“Detachment is not detaching from the person or thing whom we care about or feel obsessed with.
Detachment is detaching from the agony of involvement.”
Boundaries…boundaries…boundaries. Where do I end and the other person begins? A strong sense of self enables us to set clear limits with others. I was terribly enmeshed in Angie’s life; I had never separated from her in a healthy way. Because we were so alike, I identified with her and felt overly responsible for her messes. Her problems became my problems and it never occurred to me to let her tackle her own issues, both for her betterment and my own.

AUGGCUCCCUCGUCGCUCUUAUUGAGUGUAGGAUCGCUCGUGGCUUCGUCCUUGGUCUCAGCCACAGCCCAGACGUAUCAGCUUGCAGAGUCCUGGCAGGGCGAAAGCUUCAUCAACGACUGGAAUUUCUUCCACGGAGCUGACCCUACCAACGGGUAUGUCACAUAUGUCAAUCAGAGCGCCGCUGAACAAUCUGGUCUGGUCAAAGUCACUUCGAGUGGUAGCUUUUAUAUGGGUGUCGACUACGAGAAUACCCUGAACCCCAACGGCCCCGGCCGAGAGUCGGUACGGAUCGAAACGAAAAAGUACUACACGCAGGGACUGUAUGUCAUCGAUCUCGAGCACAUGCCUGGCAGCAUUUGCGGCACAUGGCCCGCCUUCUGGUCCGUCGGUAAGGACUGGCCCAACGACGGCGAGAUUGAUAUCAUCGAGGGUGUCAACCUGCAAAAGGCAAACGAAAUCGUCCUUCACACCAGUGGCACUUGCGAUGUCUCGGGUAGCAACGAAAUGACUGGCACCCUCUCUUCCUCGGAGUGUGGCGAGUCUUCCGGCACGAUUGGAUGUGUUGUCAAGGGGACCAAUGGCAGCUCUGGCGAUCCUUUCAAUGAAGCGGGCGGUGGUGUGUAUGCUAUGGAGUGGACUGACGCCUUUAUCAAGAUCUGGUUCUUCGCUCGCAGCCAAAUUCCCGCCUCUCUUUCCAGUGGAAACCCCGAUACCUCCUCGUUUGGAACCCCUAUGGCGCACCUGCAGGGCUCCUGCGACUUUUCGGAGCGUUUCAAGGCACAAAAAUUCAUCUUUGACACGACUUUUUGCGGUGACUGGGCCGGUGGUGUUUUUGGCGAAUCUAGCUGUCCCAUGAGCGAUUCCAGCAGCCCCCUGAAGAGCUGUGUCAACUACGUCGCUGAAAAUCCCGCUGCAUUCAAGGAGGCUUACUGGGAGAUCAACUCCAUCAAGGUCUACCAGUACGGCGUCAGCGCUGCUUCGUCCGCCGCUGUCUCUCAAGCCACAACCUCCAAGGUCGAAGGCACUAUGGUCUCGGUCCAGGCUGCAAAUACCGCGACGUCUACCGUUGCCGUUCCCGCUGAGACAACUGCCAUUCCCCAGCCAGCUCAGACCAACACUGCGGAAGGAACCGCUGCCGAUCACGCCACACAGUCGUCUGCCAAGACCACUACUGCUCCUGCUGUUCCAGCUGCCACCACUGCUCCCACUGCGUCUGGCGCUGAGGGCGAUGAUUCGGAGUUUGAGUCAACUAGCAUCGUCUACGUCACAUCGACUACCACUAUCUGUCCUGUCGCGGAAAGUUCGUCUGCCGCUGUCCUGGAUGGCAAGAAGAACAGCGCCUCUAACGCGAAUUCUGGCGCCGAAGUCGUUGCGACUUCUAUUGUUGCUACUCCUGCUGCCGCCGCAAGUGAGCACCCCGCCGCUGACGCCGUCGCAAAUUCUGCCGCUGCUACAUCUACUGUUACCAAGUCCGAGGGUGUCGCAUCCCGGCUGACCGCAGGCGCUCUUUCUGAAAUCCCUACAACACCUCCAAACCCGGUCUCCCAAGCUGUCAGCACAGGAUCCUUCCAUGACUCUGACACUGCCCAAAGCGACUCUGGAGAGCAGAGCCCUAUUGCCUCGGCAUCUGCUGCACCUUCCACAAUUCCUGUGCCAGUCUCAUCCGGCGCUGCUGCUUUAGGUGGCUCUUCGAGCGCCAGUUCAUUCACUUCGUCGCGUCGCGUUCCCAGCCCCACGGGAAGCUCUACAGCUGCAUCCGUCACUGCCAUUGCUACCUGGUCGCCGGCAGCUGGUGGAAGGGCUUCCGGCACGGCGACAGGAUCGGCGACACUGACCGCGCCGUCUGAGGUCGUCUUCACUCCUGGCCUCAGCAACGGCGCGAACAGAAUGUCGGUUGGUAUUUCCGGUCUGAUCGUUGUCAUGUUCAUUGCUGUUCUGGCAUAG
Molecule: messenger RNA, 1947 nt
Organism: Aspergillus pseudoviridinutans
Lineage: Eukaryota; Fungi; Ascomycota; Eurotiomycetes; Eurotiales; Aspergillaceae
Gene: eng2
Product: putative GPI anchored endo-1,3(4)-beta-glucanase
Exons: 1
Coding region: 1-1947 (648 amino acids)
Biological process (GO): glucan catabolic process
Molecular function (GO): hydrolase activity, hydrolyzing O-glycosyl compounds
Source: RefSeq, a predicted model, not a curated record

But thankfully my work in recovery has helped me face myself in the mirror and make some important changes. I made the necessary separation, first of all, from Angie. I no longer feel the “agony of involvement,” as I’ve let go of Angie’s illness and the ensuing consequences of her drug use. I can’t save her from herself. I can only love her and be here for her should she choose to walk with me in recovery.